The most common way to block data center agents is usually used by crawlers. This applies to most homemade or "free to use" crawlers. In this case, you can avoid using residential proxies because they look like real users and are therefore harder to detect.
1. Mask its IP address. You must collect all of the CRAWler's IP and protect the site by adding them to your blacklist of web servers, firewalls, or any other software or service that may be in use.
With this block, the crawler can't even start connecting to your site, which means you spend the least amount of resources fighting the crawler. You can of course do the same at the application level - by analyzing the IP address of the requester and providing an error, empty reply, or disconnection. But that means you're spending too many resources (including the time you spent writing the logic) instead of just using the facilities of your web server.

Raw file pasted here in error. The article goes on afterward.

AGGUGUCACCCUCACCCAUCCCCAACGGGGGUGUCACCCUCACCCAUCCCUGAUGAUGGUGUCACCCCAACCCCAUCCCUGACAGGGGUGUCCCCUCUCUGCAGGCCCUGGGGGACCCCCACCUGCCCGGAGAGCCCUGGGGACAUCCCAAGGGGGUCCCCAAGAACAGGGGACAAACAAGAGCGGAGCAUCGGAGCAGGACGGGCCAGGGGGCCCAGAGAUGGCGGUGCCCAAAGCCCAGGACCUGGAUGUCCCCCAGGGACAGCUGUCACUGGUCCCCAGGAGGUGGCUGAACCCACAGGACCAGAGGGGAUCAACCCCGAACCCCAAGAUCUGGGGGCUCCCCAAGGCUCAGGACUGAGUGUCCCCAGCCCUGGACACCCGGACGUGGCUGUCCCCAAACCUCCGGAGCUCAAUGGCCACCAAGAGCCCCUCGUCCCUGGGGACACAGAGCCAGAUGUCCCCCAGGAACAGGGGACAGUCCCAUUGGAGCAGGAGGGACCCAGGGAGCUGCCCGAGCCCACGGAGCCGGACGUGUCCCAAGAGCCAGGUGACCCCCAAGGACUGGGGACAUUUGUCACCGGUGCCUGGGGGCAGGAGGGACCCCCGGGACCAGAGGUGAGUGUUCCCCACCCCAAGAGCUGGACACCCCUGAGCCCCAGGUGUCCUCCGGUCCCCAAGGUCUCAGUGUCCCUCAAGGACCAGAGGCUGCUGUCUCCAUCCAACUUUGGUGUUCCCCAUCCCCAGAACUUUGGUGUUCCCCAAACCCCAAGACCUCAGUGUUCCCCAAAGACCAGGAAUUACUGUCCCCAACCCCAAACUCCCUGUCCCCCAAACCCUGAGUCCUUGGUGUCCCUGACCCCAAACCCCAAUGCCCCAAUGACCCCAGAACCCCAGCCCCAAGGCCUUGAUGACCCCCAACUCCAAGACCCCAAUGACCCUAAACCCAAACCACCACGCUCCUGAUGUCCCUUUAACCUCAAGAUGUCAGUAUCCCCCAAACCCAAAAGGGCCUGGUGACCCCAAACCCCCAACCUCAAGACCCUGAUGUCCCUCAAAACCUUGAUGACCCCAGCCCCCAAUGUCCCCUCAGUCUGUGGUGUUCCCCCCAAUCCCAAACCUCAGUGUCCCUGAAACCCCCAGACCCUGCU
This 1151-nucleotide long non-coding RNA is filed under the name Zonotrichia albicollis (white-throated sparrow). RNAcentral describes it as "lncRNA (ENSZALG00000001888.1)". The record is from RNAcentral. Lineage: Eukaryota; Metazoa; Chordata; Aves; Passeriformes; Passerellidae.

2. You can prevent crawlers at a higher level by analyzing the "user-Agent" HTTP header and providing some HTTP errors.
For example, 503, not the content. You can also simply disconnect rather than spend resources on a reply. This means that crawlers do not hide their identity and do not use user agents in some Web browsers. This also means that you spend a considerable amount of system resources on accepting connections, analyzing requests, and providing replies.
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